Saturday, January 2, 2016

A Passage and a Poem: David Abram and Wallace Stevens

I've mentioned this before, but I'll bring it up again because this is the basis for this particular post.  I would be reading something, and a passage would immediately bring another book or passage or poem to mind.  Sometimes the link would be obvious, while in others it would be remote or even invisible.  This is the passage I was reading when the poem popped up, distracting me to the point I had to stop reading and muse on it for awhile.  

Each thing organizes the space around it, rebuffing or sidling up against other things;  each thing calls, gestures, beckons to other beings or battles them for our attentions; things expose themselves  to the sun or retreat among the shadows, shouting with their loud colors or whispering with their seeds; rocks snag lichen spores from the air and shelter spiders under their flanks; clouds converse with the fathomless blue and metamorphose into one another; they spill rain upon the land, which gathers in rivulets and  carves out canyons; skyscrapers slice the winds and argue with one another over the tops of townhouses; backhoes and songbirds are coaxed into duets by the percussive rhythm of the subway beneath the street.  Things "catch our eye" and sometimes refuse to let go; they"grab our focus" and "capture our attention," and finally release us from their grasp only to dissolve back into the overabundant world.  Whether ecstatic or morose, exuberant or exhausted, everything swerves and trembles; anguish, equanimity, and pleasure are not first internal moods but passions granted to us by the capricious terrain.
-- David Abram --
from Becoming Animal: An Earthly Cosmology


This is the poem that immediately came to mind when I began the passage above.
 Anecdote of the Jar

I placed a jar in Tennessee,
And round it was, upon a hill.
It made the slovenly wilderness
Surround that hill.

The wilderness rose up to it,
And sprawled around, no longer wild.
The jar was round upon the ground
And tall and of a port in air.

It took dominion everywhere.
The jar was gray and bare.
It did not give of bird or bush,
Like nothing else in Tennessee.

-- Wallace Stevens --

Well, anybody see the link here?  Did you think of something else when you read the passage?  If so, let me know.  I would be interested in learning what memory that passage brought to mind.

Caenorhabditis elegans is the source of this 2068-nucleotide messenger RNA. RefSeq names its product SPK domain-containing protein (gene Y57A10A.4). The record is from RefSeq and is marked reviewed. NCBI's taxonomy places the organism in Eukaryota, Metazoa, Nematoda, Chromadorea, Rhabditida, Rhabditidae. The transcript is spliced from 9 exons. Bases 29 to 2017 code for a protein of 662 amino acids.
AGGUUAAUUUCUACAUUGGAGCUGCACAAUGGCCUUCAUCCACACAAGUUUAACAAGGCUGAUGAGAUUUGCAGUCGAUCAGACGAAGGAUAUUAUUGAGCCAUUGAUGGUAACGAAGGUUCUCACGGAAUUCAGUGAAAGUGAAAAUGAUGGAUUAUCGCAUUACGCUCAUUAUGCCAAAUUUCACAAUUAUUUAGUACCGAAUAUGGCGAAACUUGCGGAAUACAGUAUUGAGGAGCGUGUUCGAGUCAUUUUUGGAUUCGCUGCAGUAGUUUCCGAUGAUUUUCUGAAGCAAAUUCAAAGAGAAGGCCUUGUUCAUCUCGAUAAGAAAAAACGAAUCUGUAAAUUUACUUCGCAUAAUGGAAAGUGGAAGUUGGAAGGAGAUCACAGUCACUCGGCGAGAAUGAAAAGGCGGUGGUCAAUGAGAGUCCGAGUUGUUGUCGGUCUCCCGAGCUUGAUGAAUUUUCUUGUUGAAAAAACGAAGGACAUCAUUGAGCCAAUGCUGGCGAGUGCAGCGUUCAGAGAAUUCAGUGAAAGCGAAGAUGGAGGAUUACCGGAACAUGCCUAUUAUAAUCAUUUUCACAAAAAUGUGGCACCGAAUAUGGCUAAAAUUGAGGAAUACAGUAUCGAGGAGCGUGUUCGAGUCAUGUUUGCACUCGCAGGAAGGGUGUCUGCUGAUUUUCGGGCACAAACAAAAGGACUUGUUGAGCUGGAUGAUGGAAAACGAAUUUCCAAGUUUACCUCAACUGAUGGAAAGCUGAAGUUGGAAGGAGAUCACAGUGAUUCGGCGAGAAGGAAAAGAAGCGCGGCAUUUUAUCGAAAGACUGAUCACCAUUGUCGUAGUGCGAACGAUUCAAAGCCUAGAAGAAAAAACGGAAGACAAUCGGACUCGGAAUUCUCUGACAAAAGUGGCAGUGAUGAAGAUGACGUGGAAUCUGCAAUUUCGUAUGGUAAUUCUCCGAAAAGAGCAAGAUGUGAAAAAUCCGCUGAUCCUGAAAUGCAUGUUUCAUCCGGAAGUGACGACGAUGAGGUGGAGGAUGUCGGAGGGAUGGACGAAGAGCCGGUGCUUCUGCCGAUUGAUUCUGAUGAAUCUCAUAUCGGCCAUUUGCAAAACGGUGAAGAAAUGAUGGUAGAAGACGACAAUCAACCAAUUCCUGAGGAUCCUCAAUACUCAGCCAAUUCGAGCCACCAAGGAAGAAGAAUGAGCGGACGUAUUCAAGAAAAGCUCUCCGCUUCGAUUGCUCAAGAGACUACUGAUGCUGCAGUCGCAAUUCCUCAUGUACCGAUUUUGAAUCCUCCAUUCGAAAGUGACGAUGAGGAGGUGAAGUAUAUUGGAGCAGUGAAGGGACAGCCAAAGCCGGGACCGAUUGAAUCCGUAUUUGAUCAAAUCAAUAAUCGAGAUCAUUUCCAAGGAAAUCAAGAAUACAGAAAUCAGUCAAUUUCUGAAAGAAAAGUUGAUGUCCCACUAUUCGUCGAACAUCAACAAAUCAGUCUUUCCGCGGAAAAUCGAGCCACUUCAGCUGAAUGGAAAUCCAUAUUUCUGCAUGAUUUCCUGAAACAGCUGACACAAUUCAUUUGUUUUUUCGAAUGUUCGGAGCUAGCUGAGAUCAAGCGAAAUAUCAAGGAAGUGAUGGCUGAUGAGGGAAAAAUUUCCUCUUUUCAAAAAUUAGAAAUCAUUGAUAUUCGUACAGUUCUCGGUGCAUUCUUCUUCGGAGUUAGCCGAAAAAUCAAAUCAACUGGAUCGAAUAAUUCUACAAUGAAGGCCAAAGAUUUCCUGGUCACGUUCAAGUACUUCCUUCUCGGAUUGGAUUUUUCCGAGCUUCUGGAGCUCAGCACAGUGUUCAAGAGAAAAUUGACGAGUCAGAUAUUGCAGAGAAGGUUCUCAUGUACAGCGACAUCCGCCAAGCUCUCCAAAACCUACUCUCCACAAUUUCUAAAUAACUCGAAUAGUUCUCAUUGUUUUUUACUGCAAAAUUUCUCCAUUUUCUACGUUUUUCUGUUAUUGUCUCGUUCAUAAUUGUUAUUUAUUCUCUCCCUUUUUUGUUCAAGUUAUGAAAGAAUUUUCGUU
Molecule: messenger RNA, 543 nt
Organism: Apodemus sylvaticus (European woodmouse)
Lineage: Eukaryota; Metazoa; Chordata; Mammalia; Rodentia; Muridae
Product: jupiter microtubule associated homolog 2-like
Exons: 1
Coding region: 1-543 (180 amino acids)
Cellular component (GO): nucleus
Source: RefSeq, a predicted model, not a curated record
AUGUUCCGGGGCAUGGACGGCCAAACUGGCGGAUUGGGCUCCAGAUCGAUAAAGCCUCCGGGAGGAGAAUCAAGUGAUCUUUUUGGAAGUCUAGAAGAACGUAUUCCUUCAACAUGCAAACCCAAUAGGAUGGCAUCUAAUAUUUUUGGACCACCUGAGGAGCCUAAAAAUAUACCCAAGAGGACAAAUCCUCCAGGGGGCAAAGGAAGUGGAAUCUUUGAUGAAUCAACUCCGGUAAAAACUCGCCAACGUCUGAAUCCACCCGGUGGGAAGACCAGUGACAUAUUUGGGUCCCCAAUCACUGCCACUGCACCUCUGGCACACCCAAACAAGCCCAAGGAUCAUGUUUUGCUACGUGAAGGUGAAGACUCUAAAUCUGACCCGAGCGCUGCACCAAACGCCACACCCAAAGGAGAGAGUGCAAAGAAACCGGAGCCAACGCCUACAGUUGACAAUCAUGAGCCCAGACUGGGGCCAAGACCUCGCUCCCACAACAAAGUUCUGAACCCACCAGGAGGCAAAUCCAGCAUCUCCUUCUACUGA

One other question:  what does the following sentence fragment suggest to you?
--anguish, equanimity, and pleasure are not first internal moods but passions granted to us by the capricious terrain.

 Who is David Abram?
"David Abram is an American philosopher, cultural ecologist, and performance artist, best known for his work bridging the philosophical tradition of phenomenology with environmental and ecological issues. Wikipedia

What is his book, Becoming Animal: An Earthly Cosmology, about?
"'This is a book about becoming a two-legged animal, entirely a part of the animate world whose life swells within and unfolds all around us. It seeks a new way of speaking, one that enacts our interbeing with the earth rather than blinding us to it. A language that stirs a new humility in relation to other earthborn beings, whether spiders or obsidian outcrops or spruce limbs bent low by the clumped snow. A style of speech that opens our senses to the sensuous in all its multiform strangeness,' writes David Abram, a cultural ecologist and environmental philosopher."

For a little more about the book, go here:


  1. I'd have to ponder longer to consider the linkage/connections, but I think anything that sends you back to Wallace Stevens inexplicable poem is a lovely catalyst. Sometimes I think pondering is the reward in itself. Answers, explanations, and explications just don't matter. The means rather than ends are important. Does that make sense?

    1. R.T.,

      Yup, makes sense to me. The journey is far more important than the destination, or so it seems to me.

  2. Postscript: Again, I'm reminded of Romanticism, which must sound very weird.

    1. R.T.,

      On the contrary, it makes perfect sense. Wasn't it during the Romantic era that poets first began to notice nature in itself--when mountains became sublime, instead of just another obstacle to overcome?

    2. Indeed. Nature was capitalized in the Romanticism vocabulary.

    3. R.T.,

      And spiritualized (if there is such a word).

    4. R.T.,

      Yes, that's a legitimate word.